Mercy College Athletics represented the Mavericks at the first ever CODA Walk in the nation on Sept. 30 to raise awareness and bring co-occurring disorders “out of the shadows and into the light.” Over 80 students, athletes, coaches, and athletic administration from Mercy College, gathered alongside other universities, high schools, and organizations on the football field at Pace University, in a movement to be educated and empowered by The Harris Project.
The Harris Project is a non-profit organization, founded by Stephanie Marquesano, that started after her son, Harris Marquesano, passed away of an accidental drug overdose October of 2013. He was suffering from substance abuse and mental illness, which he was supposed to be receiving treatment for through his co-occurring disorder rehabilitation programs.
“When Harris died, all I kept thinking was, they said he had something and it was treatable, and I don’t understand what went wrong,” said Stephanie.
Left with nothing but a poem from Harris and his old belongings, Stephanie knew that something needed to be done to raise awareness for young people struggling with co-occurring disorders like Harris was. What sparked from that motivation was the Harris Project.
“Harris died on a Wednesday and his funeral was Sunday,” said Stephanie. “Between Wednesday and Sunday, I created the Harris Project at my kitchen table.”
“When he died I thought, Harris had something that had a name, and how is it that young people are dying over something that nobody’s ever heard of,” said Stephanie. “I wanted to raise awareness for mental illness and its connection with substance abuse.”
Between one in four and one in five American teenagers, 13-18, suffer from a mental health disorder with severe impact in a given year. Fifty percent of all mental health disorders arise by the age of 14 and 75 percent by the age of 24.
Seventy percent of those who misuse substances have co-occurring disorders.
“With these numbers, what my first step with the Harris Project that I wanted to do was prevention programming,” said Stephanie. “I wanted young people to understand the link so that they could get help and support for a mental health issue that might be emerging.”
Doing just that with the Harris Project, Stephanie has been raising awareness for co-occurring disorders for the past five years and successfully planned the first walk in the nation, in which the Mavericks had an opportunity to join.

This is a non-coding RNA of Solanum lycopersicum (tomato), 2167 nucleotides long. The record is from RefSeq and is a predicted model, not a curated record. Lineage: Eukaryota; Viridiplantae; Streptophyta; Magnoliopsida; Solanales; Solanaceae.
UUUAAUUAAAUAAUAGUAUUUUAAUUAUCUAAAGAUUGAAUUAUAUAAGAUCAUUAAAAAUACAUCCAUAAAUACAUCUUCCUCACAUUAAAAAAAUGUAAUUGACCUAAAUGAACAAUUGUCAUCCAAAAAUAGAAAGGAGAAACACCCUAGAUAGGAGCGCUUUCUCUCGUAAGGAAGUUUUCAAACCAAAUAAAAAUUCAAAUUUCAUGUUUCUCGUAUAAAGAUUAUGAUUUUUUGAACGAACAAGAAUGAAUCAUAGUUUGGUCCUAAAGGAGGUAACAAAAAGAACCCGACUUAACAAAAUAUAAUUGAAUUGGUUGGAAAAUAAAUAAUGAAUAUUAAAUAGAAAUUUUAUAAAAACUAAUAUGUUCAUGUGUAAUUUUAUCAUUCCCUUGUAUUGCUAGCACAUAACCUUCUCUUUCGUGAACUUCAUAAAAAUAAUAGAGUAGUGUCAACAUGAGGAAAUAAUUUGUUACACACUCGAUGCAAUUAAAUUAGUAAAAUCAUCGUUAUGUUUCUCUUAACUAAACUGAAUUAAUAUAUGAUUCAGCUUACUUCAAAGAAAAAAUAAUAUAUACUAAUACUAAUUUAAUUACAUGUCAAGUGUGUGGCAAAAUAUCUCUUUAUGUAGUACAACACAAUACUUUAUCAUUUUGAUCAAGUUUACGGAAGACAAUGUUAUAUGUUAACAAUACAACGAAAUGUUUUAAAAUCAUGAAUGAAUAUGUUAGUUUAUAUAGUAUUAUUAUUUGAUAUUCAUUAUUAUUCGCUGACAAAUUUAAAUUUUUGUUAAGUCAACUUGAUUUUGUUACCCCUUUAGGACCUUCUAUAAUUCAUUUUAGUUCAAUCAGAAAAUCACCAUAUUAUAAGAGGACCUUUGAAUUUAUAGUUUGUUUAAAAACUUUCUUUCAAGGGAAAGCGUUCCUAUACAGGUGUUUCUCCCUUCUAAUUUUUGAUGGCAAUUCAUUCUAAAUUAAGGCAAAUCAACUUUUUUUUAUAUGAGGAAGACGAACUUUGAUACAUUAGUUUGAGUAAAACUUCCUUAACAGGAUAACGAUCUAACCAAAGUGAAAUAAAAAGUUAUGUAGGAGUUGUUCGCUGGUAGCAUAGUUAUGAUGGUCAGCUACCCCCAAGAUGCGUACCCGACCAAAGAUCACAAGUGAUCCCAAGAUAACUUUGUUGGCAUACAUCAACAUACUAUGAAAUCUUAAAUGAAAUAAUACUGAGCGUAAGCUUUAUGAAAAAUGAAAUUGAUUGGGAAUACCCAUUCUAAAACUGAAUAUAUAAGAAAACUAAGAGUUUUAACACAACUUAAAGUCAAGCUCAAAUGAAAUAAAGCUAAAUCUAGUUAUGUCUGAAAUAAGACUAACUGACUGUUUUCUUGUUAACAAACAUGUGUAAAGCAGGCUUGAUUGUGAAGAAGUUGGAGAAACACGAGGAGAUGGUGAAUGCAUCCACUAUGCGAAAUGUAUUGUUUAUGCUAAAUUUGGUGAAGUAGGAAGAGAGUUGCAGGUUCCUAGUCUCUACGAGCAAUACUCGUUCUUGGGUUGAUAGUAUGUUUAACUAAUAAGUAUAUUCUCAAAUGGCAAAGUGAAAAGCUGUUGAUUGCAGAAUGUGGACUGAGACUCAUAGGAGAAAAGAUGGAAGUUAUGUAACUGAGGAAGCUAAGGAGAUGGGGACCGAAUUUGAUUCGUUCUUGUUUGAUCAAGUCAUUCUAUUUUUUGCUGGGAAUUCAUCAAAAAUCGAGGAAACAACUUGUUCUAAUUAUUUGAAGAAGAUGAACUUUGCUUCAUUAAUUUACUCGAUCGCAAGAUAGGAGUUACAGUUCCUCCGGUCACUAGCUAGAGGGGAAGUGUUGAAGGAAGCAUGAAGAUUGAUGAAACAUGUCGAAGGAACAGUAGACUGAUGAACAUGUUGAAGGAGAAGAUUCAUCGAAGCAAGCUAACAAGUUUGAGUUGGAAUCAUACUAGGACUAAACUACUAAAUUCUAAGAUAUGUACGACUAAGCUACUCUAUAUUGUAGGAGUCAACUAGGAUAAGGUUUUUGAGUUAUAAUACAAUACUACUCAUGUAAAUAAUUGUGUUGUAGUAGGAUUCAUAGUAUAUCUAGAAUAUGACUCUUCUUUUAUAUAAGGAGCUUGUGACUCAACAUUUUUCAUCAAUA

The event began with speakers from the non-profit organization and their thoughts and opinions on the neglect of these disorders. After the representatives spoke, they held a banner at the beginning of the two mile walk, and walked through it in celebration of the awareness being spread to the participants.
In action and representing Mercy, some of the student athletes shared their thoughts about the walk and what it meant to them to participate.
Manny Sanchez, a sophomore pitcher on the baseball team at Mercy College, describes himself as a big community guy. He said, “In any way I can help and support a good cause, it makes my heart happy.”
Sal Barbetto, a senior on the Mercy College basketball team, expressed his positive thoughts concerning co-occurring disorders. “Something that’s broken can always be fixed.”
Athletic Director of Mercy College, Matt Kilcullen, joined in the walk and made his point of importance when he helped organize this opportunity for the Maverick athletes to attend.
“It brings awareness, especially to young people, so they know there is help. Even if we just save one life, it’s well worth it,” said Kilcullen.
Each lap completed, another bead was gained to add onto the pipe cleaner given to each person. After completing the eight laps, there were games available to be played, organizations that could be spoken to, and CODA buttons, water bottles, brochures, and t-shirts to the leave the event with.
The Harris Project has raised awareness for co-occurring disorders and the overall goal is to stress the importance of it across the country. Stephanie and the Harris Project work will continue to work with high school and college students on trying to bring about awareness within each other when it comes to mental illness and especially substance abuse.
“What we want our young people to realize is that they are the first best opportunity,” said Stephanie. “If young people start talking to each other about how they are feeling, then you can change outcomes. When you think about it, before we started, no one was talking about Co-Occurring Disorders, and now high school and college students are talking about it.”